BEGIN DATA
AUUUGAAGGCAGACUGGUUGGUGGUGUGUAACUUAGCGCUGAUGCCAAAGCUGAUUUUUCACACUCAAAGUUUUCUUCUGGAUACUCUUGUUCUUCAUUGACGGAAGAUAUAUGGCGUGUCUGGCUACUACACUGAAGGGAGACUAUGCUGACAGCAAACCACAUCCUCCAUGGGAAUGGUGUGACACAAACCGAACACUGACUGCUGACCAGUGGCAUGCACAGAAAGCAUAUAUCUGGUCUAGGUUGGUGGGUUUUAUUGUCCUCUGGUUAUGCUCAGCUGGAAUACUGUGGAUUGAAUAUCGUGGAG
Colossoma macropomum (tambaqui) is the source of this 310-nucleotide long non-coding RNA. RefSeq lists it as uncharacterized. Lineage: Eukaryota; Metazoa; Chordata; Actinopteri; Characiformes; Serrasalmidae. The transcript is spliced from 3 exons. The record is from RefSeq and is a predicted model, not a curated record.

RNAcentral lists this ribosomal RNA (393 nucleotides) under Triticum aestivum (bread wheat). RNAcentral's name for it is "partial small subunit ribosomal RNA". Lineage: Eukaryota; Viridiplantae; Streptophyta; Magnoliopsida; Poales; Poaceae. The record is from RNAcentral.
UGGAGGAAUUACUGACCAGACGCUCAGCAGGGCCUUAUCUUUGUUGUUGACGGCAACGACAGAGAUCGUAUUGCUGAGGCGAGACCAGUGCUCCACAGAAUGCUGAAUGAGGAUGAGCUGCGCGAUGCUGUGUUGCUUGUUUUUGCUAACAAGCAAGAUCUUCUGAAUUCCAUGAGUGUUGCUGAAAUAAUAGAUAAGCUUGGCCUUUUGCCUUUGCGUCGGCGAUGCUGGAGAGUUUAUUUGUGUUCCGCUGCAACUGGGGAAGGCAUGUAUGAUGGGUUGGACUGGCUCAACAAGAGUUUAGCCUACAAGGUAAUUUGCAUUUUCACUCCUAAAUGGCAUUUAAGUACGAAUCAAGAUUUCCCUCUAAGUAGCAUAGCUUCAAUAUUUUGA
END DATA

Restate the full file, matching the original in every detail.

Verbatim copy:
AUUUGAAGGCAGACUGGUUGGUGGUGUGUAACUUAGCGCUGAUGCCAAAGCUGAUUUUUCACACUCAAAGUUUUCUUCUGGAUACUCUUGUUCUUCAUUGACGGAAGAUAUAUGGCGUGUCUGGCUACUACACUGAAGGGAGACUAUGCUGACAGCAAACCACAUCCUCCAUGGGAAUGGUGUGACACAAACCGAACACUGACUGCUGACCAGUGGCAUGCACAGAAAGCAUAUAUCUGGUCUAGGUUGGUGGGUUUUAUUGUCCUCUGGUUAUGCUCAGCUGGAAUACUGUGGAUUGAAUAUCGUGGAG
Colossoma macropomum (tambaqui) is the source of this 310-nucleotide long non-coding RNA. RefSeq lists it as uncharacterized. Lineage: Eukaryota; Metazoa; Chordata; Actinopteri; Characiformes; Serrasalmidae. The transcript is spliced from 3 exons. The record is from RefSeq and is a predicted model, not a curated record.

RNAcentral lists this ribosomal RNA (393 nucleotides) under Triticum aestivum (bread wheat). RNAcentral's name for it is "partial small subunit ribosomal RNA". Lineage: Eukaryota; Viridiplantae; Streptophyta; Magnoliopsida; Poales; Poaceae. The record is from RNAcentral.
UGGAGGAAUUACUGACCAGACGCUCAGCAGGGCCUUAUCUUUGUUGUUGACGGCAACGACAGAGAUCGUAUUGCUGAGGCGAGACCAGUGCUCCACAGAAUGCUGAAUGAGGAUGAGCUGCGCGAUGCUGUGUUGCUUGUUUUUGCUAACAAGCAAGAUCUUCUGAAUUCCAUGAGUGUUGCUGAAAUAAUAGAUAAGCUUGGCCUUUUGCCUUUGCGUCGGCGAUGCUGGAGAGUUUAUUUGUGUUCCGCUGCAACUGGGGAAGGCAUGUAUGAUGGGUUGGACUGGCUCAACAAGAGUUUAGCCUACAAGGUAAUUUGCAUUUUCACUCCUAAAUGGCAUUUAAGUACGAAUCAAGAUUUCCCUCUAAGUAGCAUAGCUUCAAUAUUUUGA